Imitating human behavior we don’t know ourselves is not yet really possible (memories, love, physical pain, etc.). And to roboticists like us who see our robots break ereally day, it’s hard to imagine a self-sustaining avatar. But ponder how fast technology has grown in just 200 years, of no light bulbs to satellites imaging ereally square inch of the earth. On the scale of the universe, or even human existence, which’s no time at all!
Hawking, Gates and Musk all propose restrictions on AI research to avoid creating virtual beings we are unable to control.
Suppose we can replicate ourselves in the virtual world. Then it brings us to a few inquiries which we most likely should give a few idea to. If a program can imitate us, aren’t we all just programs? Perhaps all the same program, with various parameters loaded? Load one set of numbers, you get me; another, you get you! Mixing data gives rise to new beings; tweak the program for virtual genetic engineering. Which means, companies like Genepeeks may use your virtual clones to turn it into customized babies in the future!
If you ponder, as I do, which ideas and feelings — not the physical body — define the person, and if ereally more detail of which individuality is captured by a computer script, is the virtual being any less real than me? My cyberclone is me… except which “me” can travel the world in microseconds.
Multiple instances of my script (or multiple clones) means I may be talking to you in Tokyo and hiking the Appalachian Trail and having dinner in Paris — all at the same time! So may this be another me — but additional powerful, additional flexible and immortal — living in a parallel universe in cyberspace?
Initially, interaction with the physical world may be through holograms, enabled by companies like Magic Leap, plus robots directed by virtual people. But the virtual people don’t die, so which world’s population grows faster than the physical one. As time goes on, the physical world becomes less and less relevant.
What may the physical world even mean to the virtual people? They require to check a few servers, fix a few solar panels now and and so, perhaps throw a few additional silicon in the hopper. Mindless robots directed by virtual people can do which. All the serious pondering may be in the virtual world.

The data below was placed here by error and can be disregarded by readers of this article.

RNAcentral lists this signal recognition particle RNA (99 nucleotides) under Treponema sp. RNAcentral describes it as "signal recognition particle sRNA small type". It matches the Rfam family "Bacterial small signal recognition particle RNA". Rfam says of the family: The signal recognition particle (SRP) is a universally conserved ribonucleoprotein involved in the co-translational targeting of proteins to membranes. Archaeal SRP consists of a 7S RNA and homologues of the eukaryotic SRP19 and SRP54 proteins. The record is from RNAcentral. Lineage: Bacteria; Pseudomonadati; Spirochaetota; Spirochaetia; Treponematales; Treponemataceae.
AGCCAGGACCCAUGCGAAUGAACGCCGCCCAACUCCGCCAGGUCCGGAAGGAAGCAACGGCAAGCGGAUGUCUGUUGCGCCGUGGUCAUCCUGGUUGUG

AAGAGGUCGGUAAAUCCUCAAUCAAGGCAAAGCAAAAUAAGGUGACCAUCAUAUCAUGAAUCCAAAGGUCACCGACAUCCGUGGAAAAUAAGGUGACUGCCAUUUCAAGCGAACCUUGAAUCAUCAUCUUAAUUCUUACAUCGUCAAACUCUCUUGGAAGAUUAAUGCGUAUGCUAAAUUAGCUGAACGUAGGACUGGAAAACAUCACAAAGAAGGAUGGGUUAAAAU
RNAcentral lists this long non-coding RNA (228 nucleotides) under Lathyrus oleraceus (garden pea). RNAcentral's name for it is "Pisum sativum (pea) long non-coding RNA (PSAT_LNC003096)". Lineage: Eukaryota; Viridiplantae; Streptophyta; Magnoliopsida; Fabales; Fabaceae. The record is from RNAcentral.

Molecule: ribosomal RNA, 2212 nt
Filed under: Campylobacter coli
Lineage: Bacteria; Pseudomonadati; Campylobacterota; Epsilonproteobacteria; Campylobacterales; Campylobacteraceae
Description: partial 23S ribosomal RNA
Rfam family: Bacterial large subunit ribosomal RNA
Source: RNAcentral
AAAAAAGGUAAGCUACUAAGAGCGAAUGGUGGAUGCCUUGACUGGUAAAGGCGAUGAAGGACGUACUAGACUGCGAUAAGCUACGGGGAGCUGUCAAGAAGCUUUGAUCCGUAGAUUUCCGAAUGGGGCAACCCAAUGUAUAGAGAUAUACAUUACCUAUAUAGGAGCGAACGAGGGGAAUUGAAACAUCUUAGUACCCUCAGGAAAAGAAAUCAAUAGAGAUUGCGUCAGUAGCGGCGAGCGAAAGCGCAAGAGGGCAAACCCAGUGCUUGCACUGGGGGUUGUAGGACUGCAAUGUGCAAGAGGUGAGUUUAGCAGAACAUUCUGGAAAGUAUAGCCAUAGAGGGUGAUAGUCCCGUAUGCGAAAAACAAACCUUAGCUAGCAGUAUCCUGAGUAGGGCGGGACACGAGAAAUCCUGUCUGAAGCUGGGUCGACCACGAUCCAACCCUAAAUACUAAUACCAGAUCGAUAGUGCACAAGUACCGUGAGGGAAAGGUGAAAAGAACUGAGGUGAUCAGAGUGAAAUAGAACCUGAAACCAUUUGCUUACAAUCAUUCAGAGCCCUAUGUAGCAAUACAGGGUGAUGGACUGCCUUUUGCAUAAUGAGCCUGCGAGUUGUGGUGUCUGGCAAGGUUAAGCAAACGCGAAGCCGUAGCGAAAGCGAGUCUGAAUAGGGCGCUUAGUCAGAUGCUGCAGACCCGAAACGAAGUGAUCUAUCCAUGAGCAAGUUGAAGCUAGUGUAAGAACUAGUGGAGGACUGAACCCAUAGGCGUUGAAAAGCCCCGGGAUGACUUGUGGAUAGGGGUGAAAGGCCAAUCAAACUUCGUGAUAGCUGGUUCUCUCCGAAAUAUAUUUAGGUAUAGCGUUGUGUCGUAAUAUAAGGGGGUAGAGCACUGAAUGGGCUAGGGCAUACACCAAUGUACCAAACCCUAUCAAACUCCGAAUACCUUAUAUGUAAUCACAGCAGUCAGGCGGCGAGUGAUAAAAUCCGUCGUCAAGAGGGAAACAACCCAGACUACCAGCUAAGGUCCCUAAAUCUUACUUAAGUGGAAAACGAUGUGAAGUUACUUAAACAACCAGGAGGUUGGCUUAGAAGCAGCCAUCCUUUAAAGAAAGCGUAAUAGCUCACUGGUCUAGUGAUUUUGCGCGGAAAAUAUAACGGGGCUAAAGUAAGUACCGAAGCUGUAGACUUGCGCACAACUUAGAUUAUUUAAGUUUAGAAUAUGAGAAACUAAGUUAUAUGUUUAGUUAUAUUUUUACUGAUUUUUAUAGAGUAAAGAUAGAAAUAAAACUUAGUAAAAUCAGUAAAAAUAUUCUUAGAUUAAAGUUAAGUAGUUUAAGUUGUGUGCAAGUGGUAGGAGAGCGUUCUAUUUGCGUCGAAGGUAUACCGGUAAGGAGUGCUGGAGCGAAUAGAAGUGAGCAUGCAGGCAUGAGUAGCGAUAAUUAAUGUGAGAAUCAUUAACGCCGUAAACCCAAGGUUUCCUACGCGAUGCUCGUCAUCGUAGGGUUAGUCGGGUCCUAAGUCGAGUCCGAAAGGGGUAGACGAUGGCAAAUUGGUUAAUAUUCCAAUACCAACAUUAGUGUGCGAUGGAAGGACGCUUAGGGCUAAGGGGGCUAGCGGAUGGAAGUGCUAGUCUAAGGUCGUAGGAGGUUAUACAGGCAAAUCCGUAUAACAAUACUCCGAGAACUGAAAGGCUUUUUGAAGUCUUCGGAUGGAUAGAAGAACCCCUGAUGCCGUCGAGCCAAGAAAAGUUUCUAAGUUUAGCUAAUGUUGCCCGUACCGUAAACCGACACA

Experience may shape the avatars, just as it shapes us. Cyberclones will grow into one-of-a-kind entities as they interact with the virtual world. Eventually, your cyberclone won’t live by your rules. In fact, it may most likely outright disobey. Recent research at Tufts University is working on precisely which: teaching robots to disobey humans if it’s harmful to them.
But our clones may inherit of us both great and bad traits. Love, honor and imagination… but in addition hate, envy and war. They won’t have to compete for the resources our ancestors did, and which we still do today. But there will be competition for memory space, CPU cycles — or whatever those concepts morph into.
Just imagine terrorism in the virtual world, where pathogens — computer viruses turned deadly — can span the world in nanoseconds. We can just hope our cyberclones learn a fewthing we never have: how to resolve their conflicts peacefully.
Looking at AI in today’s technology —be it Siri or Amazon’s Echo — it is hard to imagine the future I described. It is albeit a really distant extrapolation, but I’m not the just one making it: Hawking, Gates and Musk all propose restrictions on AI research to avoid creating virtual beings we are unable to control.
Brilliant minds like theirs cannot be completely wrong. If AI continues on its present path, it is possible which the virtual world might overtake and overwhelm us. If we want to prevent which, we should proactively define the boundaries.
Or we can accept cyberclones not as a threat, but simply the next generation.
by admin • March 5, 2017
by admin • November 28, 2016
by admin • November 28, 2016